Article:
In this new, post-pandemic, economic environment, I believe tax-efficient investing will be more important than ever. We’ve seen common loss-harvesting tactics, perhaps even the advanced idea of tax alpha, but frequently overlooked is the concept of tax location: where to put the assets to maximize after-tax return. With the upheaval in quicker-term investing (think meme stocks or crypto), as well as the possibility of all capital gains being taxed at ordinary rates for some individuals, or worse, the notion of carryover basis; tax location becomes paramount.
Location matters. The age-old adage in real estate is location, location, location. Anyone who has considered purchasing a house in Hawaii or Southern California can see that the valuations of similar sized house can vary by multiples of six times or more. Similarly, tax location can provide a significant ‘tax-alpha.’
Short-term gains scenario. In this scenario the investor makes multiple trades a year, typically in a period of less than a year (short-term). The investor is in the 30% combined federal and state tax bracket. This investor has three general tax locations (there are more, as we’ll see later in the article): taxable account, tax-deferred (IRA or 401(k)) and Roth IRA. This investor is a trader, so their performance is 8%. Assume they’re age 60, start with $100,000, take RMDs starting at 72 and reinvest it in its entirety. The pure performance delta is easy to see:
Over 30 years, the location in a non-taxable account almost doubles the overall value, compounding at the difference in after tax-return (about 2.27% a year, compounded). However, this doesn’t take into consideration the post-death taxes. The current law allows a step-up in basis, which eliminates capital gains taxes. Tax deferred assets like 401(k) and IRA are subject to taxable friction in the form of Required Minimum Distributions (RMD) and someone, either the investor or the heirs, pay taxes someday. In a Roth, all gains are tax-free for the lifetime of the taxpayer and spouse (spousal rollover) and then for 10 year thereafter to the heirs. Accordingly, Roth gives a step-up and tax-free growth.
Working its way into potential legislation is carryover basis, which would apply the basis of the original owner to the heirs.
For this illustration, the assumptions are:
· In the Step -up scenarios, that the heirs continue to pay taxes much like the original owner.
· In the carryover scenario, the basis is $100K at the outset, and the gain is imposed at death.
· In the tax-deferred scenario, the heirs pay taxes at the same rate as the owner.
· Assets maintain the return the owner achieved.
Larger assets. In situations where the asset values are higher, the location becomes more critical because of estate taxes and low basis/high growth. Add estate taxes and potential tax increases into account and the tax effect of location becomes much more prominent.
Location basics: There are generally for types of tax locations: You pay the tax now, you pay the tax later, you never pay the tax, or someone(thing) else pays the tax. In general, these include:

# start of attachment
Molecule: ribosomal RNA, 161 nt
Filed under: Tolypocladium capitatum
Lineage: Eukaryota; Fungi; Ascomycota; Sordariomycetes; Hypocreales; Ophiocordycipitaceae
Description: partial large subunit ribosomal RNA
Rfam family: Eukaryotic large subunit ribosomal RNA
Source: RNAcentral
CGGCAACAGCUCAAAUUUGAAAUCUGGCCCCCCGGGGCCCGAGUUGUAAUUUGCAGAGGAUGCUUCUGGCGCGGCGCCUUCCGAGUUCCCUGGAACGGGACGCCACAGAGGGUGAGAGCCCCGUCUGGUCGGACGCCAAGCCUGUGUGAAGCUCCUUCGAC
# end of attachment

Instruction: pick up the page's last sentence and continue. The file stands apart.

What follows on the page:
· Ownership in taxable account (you own it). The assets are owned in a taxable account, either individually, jointly or in trust.
o Income tax paid by owner.
o Current step-up basis (partial in joint accounts) Possible carryover basis in new legislation.
o Current preferential qualified dividend and long-term gain taxation.
o Subject to possible estate taxes at fair market value (larger estates).
· Tax-deferred assets (you own it). The assets are owned in a tax deferred vehicle like an IRA, qualified plan, or annuity in pre-tax assets.
o Income taxes paid on distribution, to owner or beneficiary (except charitable beneficiaries).
o Effectively steps up basis since assets are taxed at fair market value.
o Subject to possible estate taxes with a deduction for Income with respect to a decedent (IRD).
· Tax-free assets (you own it). The assets have tax-free growth and can pass to heirs tax-free. This includes Roth strategies and life insurance.
o No income taxes on the growth of the asset.
o Asset passes to heirs income tax free.
o In the case of Roth, heirs can continue tax-free growth for 10-years beyond death of owner (which could be last spouse to die).
o Subject to possible estate taxes. Life insurance can be excluded from the estate.
· Tax-shifted assets (somebody else owns it). The assets are transferred, through a variety of vehicles, to another party who assumes the tax liability. This could include a charitable vehicle, where the taxes would be eliminated.
o Income tax liability is on the owner. If given to a charity (outright, or in trust), the income taxes may be eliminated.
o May have possible gift taxes, estate taxes generally eliminated.
o Some vehicles allow the owner to retain control.
Exotic locations. There are exotic locations, like Intentionally Defective Grantor Trusts (IDT), where the income tax stays with the owner, but the growth and estate taxes are shifted. Irrevocable Life Insurance Trusts (ILITs) allow life insurance to be distributed income and estate tax free. Grantor Reserved Annuity Trusts (GRATs) pay an annuity to the owner and then allow the owner to transfer assets to the heirs tax-free (also sometimes called ‘Walton trusts’, after the Wal Mart founder). Charitable Trusts, like Charitable Remainder Trusts (CRTs) and Charitable Lead Trusts (CLTs) can give income tax deductions and allow the owner to receive income or pass assets to heirs.
Bottom line: As in real estate, location is everything in investing. A key part of an effective financial plan is getting the right stuff in the right place to the right people. Location, Location, Location. As always, I’ll try to answer questions. My e-mail is email@example.com. Check out our free e-book on IRAs at